Hilco snaps up HMV debt pile to take control

 
Kasmira Jefford
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HMV was given a potential lifeline yesterday after restructuring firm Hilco bought the crisis-hit music retailer’s debt for about £40m, effectively giving it control of the group.

Hilco – which already owns HMV Canada – confirmed yesterday it had acquired HMV’s debt from the group’s consortium of lenders led by the Royal Bank of Scotland and Lloyds Banking Group, which stood at £176m at the end of October.

Although it has not bought the business itself, the deal will give Hilco a big say in the fate of the 92-year-old group, which collapsed into administration last week.

“Hilco believes there to be a viable underlying HMV business and will now be working closely with Deloitte who, as administrators, are reviewing the business to determine future options,” the company said in a statement.

Sources familiar with the situation said the next step was working with suppliers to secure new stock for HMV so it can continue to trade.

The group is counting on Hilco’s good relationship with music labels and film studios through its Canadian business, which it bought in 2011.

HMV’s move into administration last week put 4,100 jobs at risk and dealt the latest blow to a retail sector which has seen a string of household names such as Comet, JJB Sports, MFI, and Woolworths fall by the wayside.

Chief executive Trevor Moore said he was “convinced” the music chain still has a future on the high street.

As well as Hilco, Deloitte has received over 50 expressions of interest in HMV, including from private equity firms Better Capital and Endless. Video games seller Game has said it was interested in some HMV stores.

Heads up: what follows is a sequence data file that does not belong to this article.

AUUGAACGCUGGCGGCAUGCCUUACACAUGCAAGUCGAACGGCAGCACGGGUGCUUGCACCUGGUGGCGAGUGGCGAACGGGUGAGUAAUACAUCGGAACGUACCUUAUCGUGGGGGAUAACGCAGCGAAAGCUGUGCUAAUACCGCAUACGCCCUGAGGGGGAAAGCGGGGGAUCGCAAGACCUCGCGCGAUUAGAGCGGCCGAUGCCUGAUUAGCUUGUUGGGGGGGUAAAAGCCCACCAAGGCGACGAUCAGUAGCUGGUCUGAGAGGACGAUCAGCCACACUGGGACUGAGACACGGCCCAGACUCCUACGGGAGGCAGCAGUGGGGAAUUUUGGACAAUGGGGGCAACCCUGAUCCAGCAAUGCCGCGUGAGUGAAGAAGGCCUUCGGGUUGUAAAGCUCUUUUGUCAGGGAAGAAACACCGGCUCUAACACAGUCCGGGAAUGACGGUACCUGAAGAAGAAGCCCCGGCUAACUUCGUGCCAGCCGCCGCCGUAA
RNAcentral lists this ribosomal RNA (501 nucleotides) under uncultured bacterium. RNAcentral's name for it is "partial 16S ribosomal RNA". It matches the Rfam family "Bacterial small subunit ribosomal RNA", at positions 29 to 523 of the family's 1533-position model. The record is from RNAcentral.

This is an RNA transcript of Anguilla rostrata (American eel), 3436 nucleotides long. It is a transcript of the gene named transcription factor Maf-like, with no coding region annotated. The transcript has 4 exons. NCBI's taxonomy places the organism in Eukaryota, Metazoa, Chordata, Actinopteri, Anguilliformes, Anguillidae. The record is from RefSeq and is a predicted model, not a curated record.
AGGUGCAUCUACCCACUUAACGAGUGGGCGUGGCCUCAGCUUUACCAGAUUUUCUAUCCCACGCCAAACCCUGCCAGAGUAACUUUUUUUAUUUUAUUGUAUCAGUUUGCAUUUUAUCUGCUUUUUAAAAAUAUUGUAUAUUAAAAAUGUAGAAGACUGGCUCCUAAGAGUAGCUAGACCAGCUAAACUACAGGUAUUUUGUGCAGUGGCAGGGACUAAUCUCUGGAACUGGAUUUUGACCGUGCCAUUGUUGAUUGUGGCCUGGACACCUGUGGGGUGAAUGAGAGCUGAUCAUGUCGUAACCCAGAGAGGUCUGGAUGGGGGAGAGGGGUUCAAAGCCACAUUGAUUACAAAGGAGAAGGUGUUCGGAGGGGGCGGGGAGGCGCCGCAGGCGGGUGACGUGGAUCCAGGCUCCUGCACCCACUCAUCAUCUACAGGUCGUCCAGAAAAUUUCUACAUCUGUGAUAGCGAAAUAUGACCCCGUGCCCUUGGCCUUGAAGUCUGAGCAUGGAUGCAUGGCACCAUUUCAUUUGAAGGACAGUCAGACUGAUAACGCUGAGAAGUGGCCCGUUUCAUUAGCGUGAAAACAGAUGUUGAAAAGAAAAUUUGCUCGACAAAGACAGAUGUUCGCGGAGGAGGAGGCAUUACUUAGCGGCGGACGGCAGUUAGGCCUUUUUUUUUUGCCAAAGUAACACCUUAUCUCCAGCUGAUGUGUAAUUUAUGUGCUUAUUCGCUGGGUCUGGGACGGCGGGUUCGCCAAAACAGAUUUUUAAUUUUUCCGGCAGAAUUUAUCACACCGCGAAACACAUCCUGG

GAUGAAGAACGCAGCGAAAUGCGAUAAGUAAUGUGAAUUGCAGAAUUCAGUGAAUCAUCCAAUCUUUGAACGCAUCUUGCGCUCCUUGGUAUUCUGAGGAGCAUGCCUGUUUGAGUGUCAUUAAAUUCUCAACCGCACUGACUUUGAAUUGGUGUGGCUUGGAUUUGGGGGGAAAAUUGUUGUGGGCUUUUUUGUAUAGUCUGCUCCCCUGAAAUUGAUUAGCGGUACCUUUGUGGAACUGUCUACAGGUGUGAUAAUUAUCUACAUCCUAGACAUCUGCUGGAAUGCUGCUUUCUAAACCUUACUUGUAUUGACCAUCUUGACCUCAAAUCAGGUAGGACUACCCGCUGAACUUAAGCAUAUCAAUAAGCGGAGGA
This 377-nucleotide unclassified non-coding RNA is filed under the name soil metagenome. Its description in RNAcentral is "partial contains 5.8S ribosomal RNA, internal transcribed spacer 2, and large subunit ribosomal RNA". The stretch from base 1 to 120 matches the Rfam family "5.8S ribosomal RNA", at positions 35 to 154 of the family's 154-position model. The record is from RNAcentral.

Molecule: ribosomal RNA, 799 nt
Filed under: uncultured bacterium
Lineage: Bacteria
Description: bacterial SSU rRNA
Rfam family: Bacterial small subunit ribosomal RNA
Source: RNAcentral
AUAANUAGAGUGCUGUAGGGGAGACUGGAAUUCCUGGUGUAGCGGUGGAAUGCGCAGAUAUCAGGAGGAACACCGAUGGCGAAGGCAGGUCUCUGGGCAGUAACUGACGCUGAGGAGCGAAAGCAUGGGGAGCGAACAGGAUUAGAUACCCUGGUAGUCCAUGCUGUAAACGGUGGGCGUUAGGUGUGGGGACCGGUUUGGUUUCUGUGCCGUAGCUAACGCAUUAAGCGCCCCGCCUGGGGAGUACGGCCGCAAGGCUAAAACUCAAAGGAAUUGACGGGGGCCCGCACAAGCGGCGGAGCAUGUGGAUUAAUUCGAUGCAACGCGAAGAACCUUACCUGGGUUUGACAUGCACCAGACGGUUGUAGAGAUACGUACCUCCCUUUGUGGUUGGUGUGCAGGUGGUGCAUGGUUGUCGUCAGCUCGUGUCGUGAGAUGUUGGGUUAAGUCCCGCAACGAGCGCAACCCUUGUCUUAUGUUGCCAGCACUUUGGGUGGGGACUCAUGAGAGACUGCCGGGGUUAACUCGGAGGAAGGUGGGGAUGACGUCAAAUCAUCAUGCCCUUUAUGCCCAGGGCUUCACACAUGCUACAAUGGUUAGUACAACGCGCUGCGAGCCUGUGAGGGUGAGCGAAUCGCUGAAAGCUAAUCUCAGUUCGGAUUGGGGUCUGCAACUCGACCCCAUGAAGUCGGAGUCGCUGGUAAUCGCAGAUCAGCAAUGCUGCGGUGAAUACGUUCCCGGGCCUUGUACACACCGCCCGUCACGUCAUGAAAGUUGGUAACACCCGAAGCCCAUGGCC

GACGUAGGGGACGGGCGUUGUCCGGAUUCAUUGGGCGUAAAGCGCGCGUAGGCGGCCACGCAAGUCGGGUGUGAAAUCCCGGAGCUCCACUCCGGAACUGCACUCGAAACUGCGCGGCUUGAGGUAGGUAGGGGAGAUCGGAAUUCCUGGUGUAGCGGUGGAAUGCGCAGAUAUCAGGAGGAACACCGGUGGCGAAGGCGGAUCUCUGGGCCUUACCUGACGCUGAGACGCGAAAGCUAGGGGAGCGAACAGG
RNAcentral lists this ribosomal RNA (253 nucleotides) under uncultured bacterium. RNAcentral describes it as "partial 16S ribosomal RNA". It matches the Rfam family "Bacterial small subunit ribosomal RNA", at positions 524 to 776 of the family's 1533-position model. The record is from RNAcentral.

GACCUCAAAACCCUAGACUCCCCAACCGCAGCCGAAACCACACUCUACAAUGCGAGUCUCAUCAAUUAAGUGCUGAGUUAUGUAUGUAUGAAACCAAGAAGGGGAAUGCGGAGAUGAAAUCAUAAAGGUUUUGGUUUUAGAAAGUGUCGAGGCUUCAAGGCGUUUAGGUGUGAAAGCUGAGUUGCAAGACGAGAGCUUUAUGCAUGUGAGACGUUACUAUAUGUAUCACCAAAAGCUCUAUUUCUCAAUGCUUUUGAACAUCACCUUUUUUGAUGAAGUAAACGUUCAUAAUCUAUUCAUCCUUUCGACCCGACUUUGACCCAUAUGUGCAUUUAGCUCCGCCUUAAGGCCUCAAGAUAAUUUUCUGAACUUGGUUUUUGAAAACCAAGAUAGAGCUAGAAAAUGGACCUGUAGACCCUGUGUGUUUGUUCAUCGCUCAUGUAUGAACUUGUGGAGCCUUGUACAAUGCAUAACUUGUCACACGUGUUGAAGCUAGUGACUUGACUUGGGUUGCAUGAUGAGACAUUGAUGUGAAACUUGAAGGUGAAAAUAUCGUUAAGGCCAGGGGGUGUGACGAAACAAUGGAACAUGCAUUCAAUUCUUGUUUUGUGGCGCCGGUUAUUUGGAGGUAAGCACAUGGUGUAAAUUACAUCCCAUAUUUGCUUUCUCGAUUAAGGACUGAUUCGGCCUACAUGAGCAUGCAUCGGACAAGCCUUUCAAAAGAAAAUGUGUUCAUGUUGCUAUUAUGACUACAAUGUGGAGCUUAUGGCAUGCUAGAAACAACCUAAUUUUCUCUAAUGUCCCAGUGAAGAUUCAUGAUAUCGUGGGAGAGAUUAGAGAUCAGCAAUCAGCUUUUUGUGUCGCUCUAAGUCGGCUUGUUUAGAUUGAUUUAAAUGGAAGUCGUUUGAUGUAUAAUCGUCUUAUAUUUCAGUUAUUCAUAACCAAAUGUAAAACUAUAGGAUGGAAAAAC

Deloitte joint administrator Nick Edwards said: “Stores continue to trade and at this time we remain hopeful of securing a long-term future for HMV as a going concern.”

HMV’S RESCUER: HILCO

PAUL MCGOWAN
HILCO UK

Restructuring specialist Hilco may be a secretive firm but its presence in the retail sector is ever increasing as a whole host of retailers fall into administration and demand urgent surgery. Paul McGowan, the founding partner of Hilco UK, has already come to HMV’s rescue once before after buying the music retailer’s 125-store Canadian arm in 2011. He also engineered the sale of Habitat to Home Retail Group for £24m in 2011, a deal that saw all but three stores go into administration. Hilco has also wound down the bookseller chain Borders and helped run the closing down sale for retailer Woolworths after missing out on a deal to buy the retail chain for £1 – along with up to £300m of its debt.

McGowan, an accountant by trade, moved from Northern Ireland to London in the 1980s to join KPMG before taking up the post of finance and operations director at Jacqmar. He then moved on to Leslie Fay, a womenswear firm that ran concessions in department stores, where he managed all aspects of finance, administration, supply chain and retail operations. He eventually rose through the ranks to become chief executive. In 2000 he left to set up Hilco UK in a joint venture with its US parent, based in Chicago.